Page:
Measure The Quest For Knowledge

Make quantitative creative

Over the last six posts, I’ve outlined six of the seven strategies for encouraging creativity and curiosity in young girls, which I’ve identified through my own work and teaching, and through the findings that Frans Johannson explored in his book The Medici Effect.

So far, I’ve introduced you to strategies for:

  1. Reawakening a drive in children
  2. Encouraging children to learn differently
  3. Allowing children’s play to be a creative outlet for discovery
  4. Changing a child’s perspective to see things from another angle
  5. Demonstrating the creativity in STEAM fields
  6. Integrating art and design

Here is the seventh strategy for encouraging curiosity in children:

  1. Make quantitative creative

One of the benefits of entrepreneurial learning is the unpredictable quest for knowledge that market research can stimulate.

For example, take the product idea of a headband with a secret compartment, handy for spies or just girls with secret notes. How large is the market? Is it in the hundreds, thousands or millions? Can students extrapolate or estimate from the data that’s available?

An entrepreneurial teacher helps trigger these questions and more. What ages are the prospective buyers? How many girls in that age bracket are there in the U.S.? Is this product for the U.S. market only, or could it be for a global market? Where would it be sold—online, in stores, or both? What is the price point? What is the profit margin? What retail stores would distribute them? If it is a chain like J.C. Penney, how many stores are there? How and where do they make their buying decisions? What advertising would appeal to the market?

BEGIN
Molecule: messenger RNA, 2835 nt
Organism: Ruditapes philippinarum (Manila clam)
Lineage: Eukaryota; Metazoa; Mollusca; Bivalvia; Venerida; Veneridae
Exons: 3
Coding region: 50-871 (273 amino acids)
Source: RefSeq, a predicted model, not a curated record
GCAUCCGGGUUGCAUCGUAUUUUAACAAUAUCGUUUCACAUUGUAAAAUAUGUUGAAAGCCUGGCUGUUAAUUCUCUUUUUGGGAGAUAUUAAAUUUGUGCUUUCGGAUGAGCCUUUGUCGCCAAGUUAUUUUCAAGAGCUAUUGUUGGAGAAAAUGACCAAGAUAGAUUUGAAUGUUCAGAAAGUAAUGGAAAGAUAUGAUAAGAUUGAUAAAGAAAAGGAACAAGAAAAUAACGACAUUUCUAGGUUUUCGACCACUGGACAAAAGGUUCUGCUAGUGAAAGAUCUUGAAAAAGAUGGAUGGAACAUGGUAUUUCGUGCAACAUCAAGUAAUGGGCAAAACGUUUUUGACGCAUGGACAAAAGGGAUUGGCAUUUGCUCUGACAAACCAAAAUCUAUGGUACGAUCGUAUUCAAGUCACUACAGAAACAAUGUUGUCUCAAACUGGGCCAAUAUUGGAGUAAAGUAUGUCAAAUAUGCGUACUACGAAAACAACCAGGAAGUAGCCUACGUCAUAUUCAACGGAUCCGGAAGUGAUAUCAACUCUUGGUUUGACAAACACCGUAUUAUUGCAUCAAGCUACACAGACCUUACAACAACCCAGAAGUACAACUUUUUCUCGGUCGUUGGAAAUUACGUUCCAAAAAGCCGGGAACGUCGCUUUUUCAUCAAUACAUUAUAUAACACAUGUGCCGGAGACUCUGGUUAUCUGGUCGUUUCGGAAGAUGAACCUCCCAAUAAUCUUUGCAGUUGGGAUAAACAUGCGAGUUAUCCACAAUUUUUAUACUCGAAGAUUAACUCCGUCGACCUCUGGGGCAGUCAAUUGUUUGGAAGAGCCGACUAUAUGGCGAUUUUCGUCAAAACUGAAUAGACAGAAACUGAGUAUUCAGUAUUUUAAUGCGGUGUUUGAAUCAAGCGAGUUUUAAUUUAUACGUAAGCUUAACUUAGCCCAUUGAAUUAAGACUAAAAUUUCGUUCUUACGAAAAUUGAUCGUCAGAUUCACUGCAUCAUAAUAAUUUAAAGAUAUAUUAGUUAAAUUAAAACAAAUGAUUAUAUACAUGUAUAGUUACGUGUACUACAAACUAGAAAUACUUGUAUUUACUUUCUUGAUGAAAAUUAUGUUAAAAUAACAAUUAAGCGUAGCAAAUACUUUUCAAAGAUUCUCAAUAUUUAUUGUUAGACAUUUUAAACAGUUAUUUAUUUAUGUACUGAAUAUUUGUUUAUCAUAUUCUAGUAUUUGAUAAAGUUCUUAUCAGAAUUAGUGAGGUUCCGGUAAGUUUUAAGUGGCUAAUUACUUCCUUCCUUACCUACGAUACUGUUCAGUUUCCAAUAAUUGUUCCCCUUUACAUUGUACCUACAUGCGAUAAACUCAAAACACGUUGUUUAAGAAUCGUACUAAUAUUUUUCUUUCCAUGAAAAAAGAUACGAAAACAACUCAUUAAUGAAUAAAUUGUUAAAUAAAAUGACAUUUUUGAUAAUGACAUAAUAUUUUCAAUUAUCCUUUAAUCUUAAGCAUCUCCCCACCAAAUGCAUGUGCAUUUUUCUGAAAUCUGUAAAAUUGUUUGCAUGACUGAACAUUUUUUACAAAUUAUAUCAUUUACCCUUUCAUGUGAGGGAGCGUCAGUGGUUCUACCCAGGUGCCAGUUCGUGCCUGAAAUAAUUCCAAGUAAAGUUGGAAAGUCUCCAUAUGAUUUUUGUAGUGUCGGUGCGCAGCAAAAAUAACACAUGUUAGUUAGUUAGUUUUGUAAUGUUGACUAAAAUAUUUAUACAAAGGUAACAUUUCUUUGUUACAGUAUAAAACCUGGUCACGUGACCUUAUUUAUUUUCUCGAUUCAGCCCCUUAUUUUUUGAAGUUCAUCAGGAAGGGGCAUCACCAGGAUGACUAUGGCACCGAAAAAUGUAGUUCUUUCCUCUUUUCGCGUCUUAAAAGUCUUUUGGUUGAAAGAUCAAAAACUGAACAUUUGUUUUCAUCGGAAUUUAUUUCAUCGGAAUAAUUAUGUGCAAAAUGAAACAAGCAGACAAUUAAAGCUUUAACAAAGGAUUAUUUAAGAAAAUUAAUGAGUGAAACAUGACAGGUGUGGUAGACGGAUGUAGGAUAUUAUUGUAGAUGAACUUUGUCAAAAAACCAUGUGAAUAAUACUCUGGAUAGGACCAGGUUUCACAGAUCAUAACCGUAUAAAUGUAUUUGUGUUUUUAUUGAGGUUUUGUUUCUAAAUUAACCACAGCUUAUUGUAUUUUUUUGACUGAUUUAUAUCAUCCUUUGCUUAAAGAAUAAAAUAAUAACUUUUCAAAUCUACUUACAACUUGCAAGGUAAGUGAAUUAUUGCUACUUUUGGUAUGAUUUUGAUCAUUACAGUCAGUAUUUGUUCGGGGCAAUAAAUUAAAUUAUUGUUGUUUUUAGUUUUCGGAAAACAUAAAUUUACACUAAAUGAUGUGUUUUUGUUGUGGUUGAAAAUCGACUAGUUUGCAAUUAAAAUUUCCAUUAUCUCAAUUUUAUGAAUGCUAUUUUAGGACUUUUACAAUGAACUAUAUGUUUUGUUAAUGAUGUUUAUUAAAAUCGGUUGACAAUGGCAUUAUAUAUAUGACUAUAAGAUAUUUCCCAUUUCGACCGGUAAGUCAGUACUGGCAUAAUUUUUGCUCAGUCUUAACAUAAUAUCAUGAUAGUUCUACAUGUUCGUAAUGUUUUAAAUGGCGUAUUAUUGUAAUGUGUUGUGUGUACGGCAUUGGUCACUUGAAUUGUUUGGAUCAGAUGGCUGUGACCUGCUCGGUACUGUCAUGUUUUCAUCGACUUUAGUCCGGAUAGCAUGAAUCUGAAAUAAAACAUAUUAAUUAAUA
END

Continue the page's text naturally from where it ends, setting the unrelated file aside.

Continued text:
The first time girls go through this process, it’s all new, and then it becomes almost second nature on the path to discovery.

Girls absorb knowledge that helps them create mental models of what it takes to sell products. For example, through research, they learn that there are about 320 million Americans. Of those, about twelve million are girls ages 8 to 12. They learn that the largest concentrations are in California, Texas, New York, Florida, Illinois, Pennsylvania, and Ohio. It’s not rote memorization. It’s curiosity-driven learning and, therefore, relevant. Before the girls realize it, the class is delving into demographics, geography, economics, finance, cost of goods and production, packaging, and pricing strategies.

Math becomes not an area of study but an essential tool to explore opportunities.

These seven strategies encourage girls to embark on a quest of discovery, and to become even more creative by forming ideas about problems and solutions. As I’ve said, mixing things up breaks down barriers to creativity.

I’d love to hear your thoughts on these seven strategies I’ve explored for you over my last few posts. Do you have any strategies of your own to encourage curiosity and a sense of discovery among the girls in your life? Thank you for sharing.

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